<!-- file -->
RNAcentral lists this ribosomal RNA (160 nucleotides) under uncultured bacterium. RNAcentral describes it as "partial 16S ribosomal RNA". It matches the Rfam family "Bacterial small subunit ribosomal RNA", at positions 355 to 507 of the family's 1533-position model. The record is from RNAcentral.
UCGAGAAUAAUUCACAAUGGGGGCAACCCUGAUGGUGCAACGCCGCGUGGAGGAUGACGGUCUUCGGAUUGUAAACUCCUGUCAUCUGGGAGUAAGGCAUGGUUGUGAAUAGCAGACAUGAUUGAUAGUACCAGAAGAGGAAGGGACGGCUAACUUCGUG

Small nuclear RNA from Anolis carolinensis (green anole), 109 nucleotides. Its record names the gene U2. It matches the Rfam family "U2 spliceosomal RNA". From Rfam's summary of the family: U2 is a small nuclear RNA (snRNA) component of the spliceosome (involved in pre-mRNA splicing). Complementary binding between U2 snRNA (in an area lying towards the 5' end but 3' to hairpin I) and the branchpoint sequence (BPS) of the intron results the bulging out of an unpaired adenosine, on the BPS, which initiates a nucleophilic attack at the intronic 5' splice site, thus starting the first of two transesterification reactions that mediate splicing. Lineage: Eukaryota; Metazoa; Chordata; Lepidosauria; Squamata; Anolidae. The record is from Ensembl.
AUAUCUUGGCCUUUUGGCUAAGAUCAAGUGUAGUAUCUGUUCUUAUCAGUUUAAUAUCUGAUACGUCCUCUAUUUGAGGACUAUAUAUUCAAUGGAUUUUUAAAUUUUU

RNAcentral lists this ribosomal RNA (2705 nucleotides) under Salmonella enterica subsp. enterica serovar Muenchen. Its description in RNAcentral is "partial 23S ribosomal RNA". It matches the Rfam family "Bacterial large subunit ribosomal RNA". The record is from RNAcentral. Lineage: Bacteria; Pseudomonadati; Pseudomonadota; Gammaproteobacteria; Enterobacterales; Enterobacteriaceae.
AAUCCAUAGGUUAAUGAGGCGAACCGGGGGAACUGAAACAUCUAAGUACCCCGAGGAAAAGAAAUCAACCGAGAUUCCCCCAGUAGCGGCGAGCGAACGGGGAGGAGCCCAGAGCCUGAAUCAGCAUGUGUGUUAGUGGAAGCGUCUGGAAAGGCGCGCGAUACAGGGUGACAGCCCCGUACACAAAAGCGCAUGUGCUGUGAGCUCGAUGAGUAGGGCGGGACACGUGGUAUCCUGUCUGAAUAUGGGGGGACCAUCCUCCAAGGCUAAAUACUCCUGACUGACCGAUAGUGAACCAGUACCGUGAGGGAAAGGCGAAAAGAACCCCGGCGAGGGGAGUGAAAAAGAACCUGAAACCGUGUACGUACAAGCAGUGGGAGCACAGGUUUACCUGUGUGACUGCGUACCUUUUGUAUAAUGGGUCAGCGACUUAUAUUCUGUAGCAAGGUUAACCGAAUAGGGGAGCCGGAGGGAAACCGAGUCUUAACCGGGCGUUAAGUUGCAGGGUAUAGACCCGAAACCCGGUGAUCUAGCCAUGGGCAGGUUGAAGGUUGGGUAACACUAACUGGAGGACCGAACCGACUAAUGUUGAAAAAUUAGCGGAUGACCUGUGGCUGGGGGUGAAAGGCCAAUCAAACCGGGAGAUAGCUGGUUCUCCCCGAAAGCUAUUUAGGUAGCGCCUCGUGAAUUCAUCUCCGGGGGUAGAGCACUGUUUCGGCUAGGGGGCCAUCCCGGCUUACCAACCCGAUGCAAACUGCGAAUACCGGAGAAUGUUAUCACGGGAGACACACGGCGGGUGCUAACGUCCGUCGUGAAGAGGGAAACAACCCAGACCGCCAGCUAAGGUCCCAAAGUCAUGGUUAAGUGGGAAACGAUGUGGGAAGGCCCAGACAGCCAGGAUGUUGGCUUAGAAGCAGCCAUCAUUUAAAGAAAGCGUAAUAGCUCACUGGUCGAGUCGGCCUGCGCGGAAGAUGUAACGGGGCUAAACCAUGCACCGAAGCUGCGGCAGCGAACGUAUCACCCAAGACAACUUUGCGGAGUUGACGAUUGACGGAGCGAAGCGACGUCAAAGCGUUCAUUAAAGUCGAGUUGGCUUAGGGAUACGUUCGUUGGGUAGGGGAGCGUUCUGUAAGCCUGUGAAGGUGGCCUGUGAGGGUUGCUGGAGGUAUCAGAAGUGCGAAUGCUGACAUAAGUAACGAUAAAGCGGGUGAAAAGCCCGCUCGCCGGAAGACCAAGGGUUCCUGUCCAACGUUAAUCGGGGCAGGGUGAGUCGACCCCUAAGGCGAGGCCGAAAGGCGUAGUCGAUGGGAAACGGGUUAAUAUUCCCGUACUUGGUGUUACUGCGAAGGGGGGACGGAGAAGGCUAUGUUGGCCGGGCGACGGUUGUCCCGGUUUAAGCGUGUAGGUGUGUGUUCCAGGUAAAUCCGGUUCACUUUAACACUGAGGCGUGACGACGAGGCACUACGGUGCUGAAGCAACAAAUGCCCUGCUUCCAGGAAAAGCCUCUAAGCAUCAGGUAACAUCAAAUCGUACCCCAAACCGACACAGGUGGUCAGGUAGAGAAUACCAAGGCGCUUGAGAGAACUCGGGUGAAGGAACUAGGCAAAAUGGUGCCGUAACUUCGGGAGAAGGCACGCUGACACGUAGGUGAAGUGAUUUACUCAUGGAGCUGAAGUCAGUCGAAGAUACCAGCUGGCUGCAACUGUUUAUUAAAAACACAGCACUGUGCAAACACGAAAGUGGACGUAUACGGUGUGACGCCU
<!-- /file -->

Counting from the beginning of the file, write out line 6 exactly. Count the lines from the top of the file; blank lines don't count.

AAUCCAUAGGUUAAUGAGGCGAACCGGGGGAACUGAAACAUCUAAGUACCCCGAGGAAAAGAAAUCAACCGAGAUUCCCCCAGUAGCGGCGAGCGAACGGGGAGGAGCCCAGAGCCUGAAUCAGCAUGUGUGUUAGUGGAAGCGUCUGGAAAGGCGCGCGAUACAGGGUGACAGCCCCGUACACAAAAGCGCAUGUGCUGUGAGCUCGAUGAGUAGGGCGGGACACGUGGUAUCCUGUCUGAAUAUGGGGGGACCAUCCUCCAAGGCUAAAUACUCCUGACUGACCGAUAGUGAACCAGUACCGUGAGGGAAAGGCGAAAAGAACCCCGGCGAGGGGAGUGAAAAAGAACCUGAAACCGUGUACGUACAAGCAGUGGGAGCACAGGUUUACCUGUGUGACUGCGUACCUUUUGUAUAAUGGGUCAGCGACUUAUAUUCUGUAGCAAGGUUAACCGAAUAGGGGAGCCGGAGGGAAACCGAGUCUUAACCGGGCGUUAAGUUGCAGGGUAUAGACCCGAAACCCGGUGAUCUAGCCAUGGGCAGGUUGAAGGUUGGGUAACACUAACUGGAGGACCGAACCGACUAAUGUUGAAAAAUUAGCGGAUGACCUGUGGCUGGGGGUGAAAGGCCAAUCAAACCGGGAGAUAGCUGGUUCUCCCCGAAAGCUAUUUAGGUAGCGCCUCGUGAAUUCAUCUCCGGGGGUAGAGCACUGUUUCGGCUAGGGGGCCAUCCCGGCUUACCAACCCGAUGCAAACUGCGAAUACCGGAGAAUGUUAUCACGGGAGACACACGGCGGGUGCUAACGUCCGUCGUGAAGAGGGAAACAACCCAGACCGCCAGCUAAGGUCCCAAAGUCAUGGUUAAGUGGGAAACGAUGUGGGAAGGCCCAGACAGCCAGGAUGUUGGCUUAGAAGCAGCCAUCAUUUAAAGAAAGCGUAAUAGCUCACUGGUCGAGUCGGCCUGCGCGGAAGAUGUAACGGGGCUAAACCAUGCACCGAAGCUGCGGCAGCGAACGUAUCACCCAAGACAACUUUGCGGAGUUGACGAUUGACGGAGCGAAGCGACGUCAAAGCGUUCAUUAAAGUCGAGUUGGCUUAGGGAUACGUUCGUUGGGUAGGGGAGCGUUCUGUAAGCCUGUGAAGGUGGCCUGUGAGGGUUGCUGGAGGUAUCAGAAGUGCGAAUGCUGACAUAAGUAACGAUAAAGCGGGUGAAAAGCCCGCUCGCCGGAAGACCAAGGGUUCCUGUCCAACGUUAAUCGGGGCAGGGUGAGUCGACCCCUAAGGCGAGGCCGAAAGGCGUAGUCGAUGGGAAACGGGUUAAUAUUCCCGUACUUGGUGUUACUGCGAAGGGGGGACGGAGAAGGCUAUGUUGGCCGGGCGACGGUUGUCCCGGUUUAAGCGUGUAGGUGUGUGUUCCAGGUAAAUCCGGUUCACUUUAACACUGAGGCGUGACGACGAGGCACUACGGUGCUGAAGCAACAAAUGCCCUGCUUCCAGGAAAAGCCUCUAAGCAUCAGGUAACAUCAAAUCGUACCCCAAACCGACACAGGUGGUCAGGUAGAGAAUACCAAGGCGCUUGAGAGAACUCGGGUGAAGGAACUAGGCAAAAUGGUGCCGUAACUUCGGGAGAAGGCACGCUGACACGUAGGUGAAGUGAUUUACUCAUGGAGCUGAAGUCAGUCGAAGAUACCAGCUGGCUGCAACUGUUUAUUAAAAACACAGCACUGUGCAAACACGAAAGUGGACGUAUACGGUGUGACGCCU